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Bun Fight at the Personal Budget Corral

April 12, 2014

I’m two weeks into the Personal Budget universe now. Admittedly, I’d spent hours (days?) in the weeks beforehand calculating all the figures. But I have to say, it has not been arduous at all.

Last week, it took me 40 minutes to pay five lots of wages, transfer money to pay the cab fares and allocate the funds for the monthly tax bill. It probably took me that time because (a) I have never done online banking before, and (b) I was having to set all the support workers’ bank details up for the first time. Today it took ten minutes!

And I want it to stay this way. The beauty for me is that I can do the wages in the small chunks of free time I get. Today, Steven and his support worker were watching the horse racing (Steven likes counting how many jockeys have red hats on), so I thought, as I had half an hour before starting tea, I’d get cracking on the wages. So, the support workers will get paid a day early – who gives a monkeys. It was convenient for me.

So, why am I standing by for a bollocking? Well – I was notified the other day that at the end of May I have to attend the 6 week review of the personal budget. Attending will be the social worker, the support planner, and my favourite person, the direct payments manager. I’ve asked if Uncle Tom Cobbley can come as well. They will draw up an agenda.

I can guess what will be on it.

1) Why am I disobeying orders and transferring the money from the prepaid card into the direct payment bank account and paying the workers and the cab firm from there? I’ve only done one transfer so far at a cost of 50p. But the main reason again is convenience for me. I may have weeks where, at my only free time, I don’t have internet access and have to do the wages by telephone transfer. Also, it takes up to four days for the money to get from the card into a bank account. There may be some weeks where I am pushed for time and I don’t want to pay the support workers late because of that. It takes two hours to get the money from my account into the support workers’ accounts as opposed to four days via the card. It’s a no brainer to me.

2) Why am I refusing to submit the support workers’ personal bank account statements along with all the other paperwork Hillingdon expect from me? Well, for starters, it’s none of their damn business. I checked with the information commission who agreed that it was “excessive”. When I set up the bank transfers, the records show the worker’s initials, their NI number and the pay period. Their full names, dates of birth and addresses will be on their contracts, which the council also insist is their right to “examine”. What more do they want?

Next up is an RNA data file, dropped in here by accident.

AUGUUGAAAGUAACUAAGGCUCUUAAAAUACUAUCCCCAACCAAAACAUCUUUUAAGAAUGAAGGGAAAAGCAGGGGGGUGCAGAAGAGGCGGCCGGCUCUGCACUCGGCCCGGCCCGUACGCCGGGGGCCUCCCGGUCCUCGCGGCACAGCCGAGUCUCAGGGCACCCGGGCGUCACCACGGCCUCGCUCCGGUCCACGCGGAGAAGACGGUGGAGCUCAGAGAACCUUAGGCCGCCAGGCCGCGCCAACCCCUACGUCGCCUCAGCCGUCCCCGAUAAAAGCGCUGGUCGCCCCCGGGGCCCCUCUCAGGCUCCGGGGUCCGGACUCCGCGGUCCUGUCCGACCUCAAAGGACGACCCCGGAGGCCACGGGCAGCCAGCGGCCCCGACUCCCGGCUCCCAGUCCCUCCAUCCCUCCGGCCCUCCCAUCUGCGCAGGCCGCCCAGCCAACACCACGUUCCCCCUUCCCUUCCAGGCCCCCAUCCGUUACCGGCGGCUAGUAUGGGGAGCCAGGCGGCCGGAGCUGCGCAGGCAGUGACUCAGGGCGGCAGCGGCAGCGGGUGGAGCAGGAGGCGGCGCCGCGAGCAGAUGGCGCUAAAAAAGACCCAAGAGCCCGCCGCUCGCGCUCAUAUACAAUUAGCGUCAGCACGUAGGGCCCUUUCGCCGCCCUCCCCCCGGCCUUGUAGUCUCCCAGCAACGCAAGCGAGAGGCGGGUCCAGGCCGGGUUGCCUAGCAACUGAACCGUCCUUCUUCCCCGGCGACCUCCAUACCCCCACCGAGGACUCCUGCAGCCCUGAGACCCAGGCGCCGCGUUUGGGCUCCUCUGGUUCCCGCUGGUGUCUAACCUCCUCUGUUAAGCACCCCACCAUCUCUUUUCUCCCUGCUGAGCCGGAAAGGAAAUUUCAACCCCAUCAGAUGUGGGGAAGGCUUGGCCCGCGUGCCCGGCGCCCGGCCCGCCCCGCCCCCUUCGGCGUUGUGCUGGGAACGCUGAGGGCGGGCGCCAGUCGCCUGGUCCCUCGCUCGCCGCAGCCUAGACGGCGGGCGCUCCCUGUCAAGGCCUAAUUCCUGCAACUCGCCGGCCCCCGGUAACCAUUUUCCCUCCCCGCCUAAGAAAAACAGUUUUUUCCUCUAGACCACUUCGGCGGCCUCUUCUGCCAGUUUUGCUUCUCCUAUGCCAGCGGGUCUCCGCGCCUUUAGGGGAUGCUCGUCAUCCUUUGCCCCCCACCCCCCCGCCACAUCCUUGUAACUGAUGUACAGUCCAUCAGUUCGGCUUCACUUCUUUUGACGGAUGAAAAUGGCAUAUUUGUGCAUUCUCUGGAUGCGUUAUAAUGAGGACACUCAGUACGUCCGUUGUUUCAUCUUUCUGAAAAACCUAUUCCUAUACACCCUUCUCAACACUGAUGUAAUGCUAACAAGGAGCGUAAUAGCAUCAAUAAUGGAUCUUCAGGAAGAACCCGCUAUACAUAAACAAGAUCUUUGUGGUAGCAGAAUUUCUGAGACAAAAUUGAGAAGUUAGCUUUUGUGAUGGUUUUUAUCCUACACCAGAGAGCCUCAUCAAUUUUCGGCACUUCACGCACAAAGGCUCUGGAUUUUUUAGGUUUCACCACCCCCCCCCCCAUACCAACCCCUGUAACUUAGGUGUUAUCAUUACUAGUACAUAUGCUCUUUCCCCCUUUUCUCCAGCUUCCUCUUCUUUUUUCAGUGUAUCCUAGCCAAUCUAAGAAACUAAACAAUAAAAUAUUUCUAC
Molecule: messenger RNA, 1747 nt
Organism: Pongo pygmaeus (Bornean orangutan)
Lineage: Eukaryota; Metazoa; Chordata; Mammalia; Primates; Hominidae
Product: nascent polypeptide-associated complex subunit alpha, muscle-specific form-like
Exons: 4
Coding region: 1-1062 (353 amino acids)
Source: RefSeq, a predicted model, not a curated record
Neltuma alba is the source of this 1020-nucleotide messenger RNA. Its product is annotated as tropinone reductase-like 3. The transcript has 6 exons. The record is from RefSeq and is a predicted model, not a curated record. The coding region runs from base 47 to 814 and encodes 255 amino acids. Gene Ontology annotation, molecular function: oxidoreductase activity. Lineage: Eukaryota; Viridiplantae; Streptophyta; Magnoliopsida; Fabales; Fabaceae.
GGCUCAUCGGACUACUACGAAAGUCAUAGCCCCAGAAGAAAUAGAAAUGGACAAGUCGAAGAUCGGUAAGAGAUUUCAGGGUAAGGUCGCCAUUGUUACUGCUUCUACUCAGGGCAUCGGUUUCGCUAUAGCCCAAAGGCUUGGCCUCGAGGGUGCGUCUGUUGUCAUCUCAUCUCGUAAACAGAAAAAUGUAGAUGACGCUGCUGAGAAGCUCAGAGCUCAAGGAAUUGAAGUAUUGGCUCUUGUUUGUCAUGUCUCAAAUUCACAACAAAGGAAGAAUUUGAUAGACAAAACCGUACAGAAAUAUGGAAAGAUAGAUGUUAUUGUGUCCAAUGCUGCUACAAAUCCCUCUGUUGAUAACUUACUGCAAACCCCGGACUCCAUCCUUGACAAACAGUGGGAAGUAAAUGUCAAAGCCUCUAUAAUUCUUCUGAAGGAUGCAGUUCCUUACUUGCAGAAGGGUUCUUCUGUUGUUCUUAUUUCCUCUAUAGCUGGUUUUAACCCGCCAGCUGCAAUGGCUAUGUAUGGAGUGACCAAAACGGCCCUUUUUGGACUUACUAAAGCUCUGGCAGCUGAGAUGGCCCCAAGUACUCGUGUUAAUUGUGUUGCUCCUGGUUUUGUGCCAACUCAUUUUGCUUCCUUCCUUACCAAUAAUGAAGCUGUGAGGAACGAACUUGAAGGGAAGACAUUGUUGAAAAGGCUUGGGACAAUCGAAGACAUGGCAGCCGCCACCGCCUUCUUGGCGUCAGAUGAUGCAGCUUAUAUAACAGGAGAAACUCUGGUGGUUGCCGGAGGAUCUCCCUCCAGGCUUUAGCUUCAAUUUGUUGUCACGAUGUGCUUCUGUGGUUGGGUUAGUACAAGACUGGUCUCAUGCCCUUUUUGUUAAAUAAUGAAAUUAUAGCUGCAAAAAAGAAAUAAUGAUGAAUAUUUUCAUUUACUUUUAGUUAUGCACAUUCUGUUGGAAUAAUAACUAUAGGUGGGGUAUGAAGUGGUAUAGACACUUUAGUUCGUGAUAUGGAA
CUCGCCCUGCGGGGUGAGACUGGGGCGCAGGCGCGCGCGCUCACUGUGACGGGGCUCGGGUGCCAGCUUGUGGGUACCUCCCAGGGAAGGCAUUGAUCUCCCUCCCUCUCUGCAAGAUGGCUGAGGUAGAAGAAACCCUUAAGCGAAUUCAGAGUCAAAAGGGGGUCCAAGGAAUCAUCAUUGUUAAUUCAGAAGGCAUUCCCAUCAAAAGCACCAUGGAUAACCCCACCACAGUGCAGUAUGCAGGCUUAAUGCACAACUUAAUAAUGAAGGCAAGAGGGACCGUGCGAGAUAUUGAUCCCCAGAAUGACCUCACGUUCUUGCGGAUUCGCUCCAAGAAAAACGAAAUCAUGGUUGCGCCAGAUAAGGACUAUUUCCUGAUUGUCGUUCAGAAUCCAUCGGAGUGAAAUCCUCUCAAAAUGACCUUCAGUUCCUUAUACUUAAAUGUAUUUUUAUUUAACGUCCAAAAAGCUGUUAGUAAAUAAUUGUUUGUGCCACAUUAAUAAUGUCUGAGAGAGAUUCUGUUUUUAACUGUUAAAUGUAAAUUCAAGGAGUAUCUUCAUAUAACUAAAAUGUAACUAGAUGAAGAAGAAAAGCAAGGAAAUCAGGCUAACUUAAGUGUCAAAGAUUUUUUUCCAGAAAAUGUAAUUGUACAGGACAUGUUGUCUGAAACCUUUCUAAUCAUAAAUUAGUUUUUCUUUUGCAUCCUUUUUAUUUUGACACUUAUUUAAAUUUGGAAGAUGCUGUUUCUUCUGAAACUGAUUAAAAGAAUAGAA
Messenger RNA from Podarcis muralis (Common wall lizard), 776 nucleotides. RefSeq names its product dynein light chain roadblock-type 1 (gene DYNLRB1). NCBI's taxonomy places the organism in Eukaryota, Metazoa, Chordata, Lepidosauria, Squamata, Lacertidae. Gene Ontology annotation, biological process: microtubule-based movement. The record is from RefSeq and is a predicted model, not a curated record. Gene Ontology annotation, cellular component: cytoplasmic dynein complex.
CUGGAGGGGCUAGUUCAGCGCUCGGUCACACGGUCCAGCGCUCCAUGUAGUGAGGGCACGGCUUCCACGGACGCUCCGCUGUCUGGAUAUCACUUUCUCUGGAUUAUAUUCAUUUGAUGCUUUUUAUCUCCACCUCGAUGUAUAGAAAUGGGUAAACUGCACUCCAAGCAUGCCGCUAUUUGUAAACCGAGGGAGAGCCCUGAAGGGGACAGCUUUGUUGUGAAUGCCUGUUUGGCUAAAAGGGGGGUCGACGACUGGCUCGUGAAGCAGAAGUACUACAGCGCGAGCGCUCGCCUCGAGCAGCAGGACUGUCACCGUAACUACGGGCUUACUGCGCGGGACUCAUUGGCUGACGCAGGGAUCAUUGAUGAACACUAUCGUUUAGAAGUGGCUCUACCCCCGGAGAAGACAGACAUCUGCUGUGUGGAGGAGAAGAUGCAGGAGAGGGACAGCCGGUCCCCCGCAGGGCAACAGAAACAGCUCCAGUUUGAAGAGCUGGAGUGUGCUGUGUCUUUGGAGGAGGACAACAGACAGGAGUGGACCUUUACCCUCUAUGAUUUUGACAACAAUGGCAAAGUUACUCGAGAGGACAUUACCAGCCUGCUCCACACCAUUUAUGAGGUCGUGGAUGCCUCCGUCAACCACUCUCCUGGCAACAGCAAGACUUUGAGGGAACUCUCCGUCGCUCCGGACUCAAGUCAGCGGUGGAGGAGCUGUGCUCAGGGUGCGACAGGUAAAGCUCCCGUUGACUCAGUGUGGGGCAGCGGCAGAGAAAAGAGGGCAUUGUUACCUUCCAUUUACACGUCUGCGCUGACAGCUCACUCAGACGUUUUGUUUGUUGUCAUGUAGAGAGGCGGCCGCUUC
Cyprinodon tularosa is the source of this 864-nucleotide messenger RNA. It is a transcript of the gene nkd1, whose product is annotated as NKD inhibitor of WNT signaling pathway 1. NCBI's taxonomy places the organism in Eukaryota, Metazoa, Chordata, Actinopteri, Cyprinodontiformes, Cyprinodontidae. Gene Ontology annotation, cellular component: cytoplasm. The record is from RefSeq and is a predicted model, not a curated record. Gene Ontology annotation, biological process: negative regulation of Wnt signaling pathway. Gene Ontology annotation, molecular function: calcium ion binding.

I’ve reread the personal budget several times (and got a few other people to read it too) and there is no mention that the only way to pay people is directly from the card. There is also no mention that the workers personal bank statements must be submitted for scrutiny. But when Hillingdon say something is their “prefered” way, woe betide you, if you have another preference. I learned that lesson back in 2010.

Let’s wait for May. I’ll stick to my guns which may set about a collision course. I’m not sure whether the entire FACS assessment is reviewed at this stage as well. The support plan lists the two most important outcomes to be achieved by the personal budget as:

1. To maintain physical health and well being and appropriate levels of hygiene.

2. Continued 2-1 support with day to day activities and accessing the community (via direct payments on the prepaid card). To be able to access resources in the community safely and to maintain personal safety and wellbeing. To have meaningful participation in activities that aid development and reflect Steven’s personal choice.

Not a lot to it, is there? Certainly no scope for snow boarding in the Alps.

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From → Social Care

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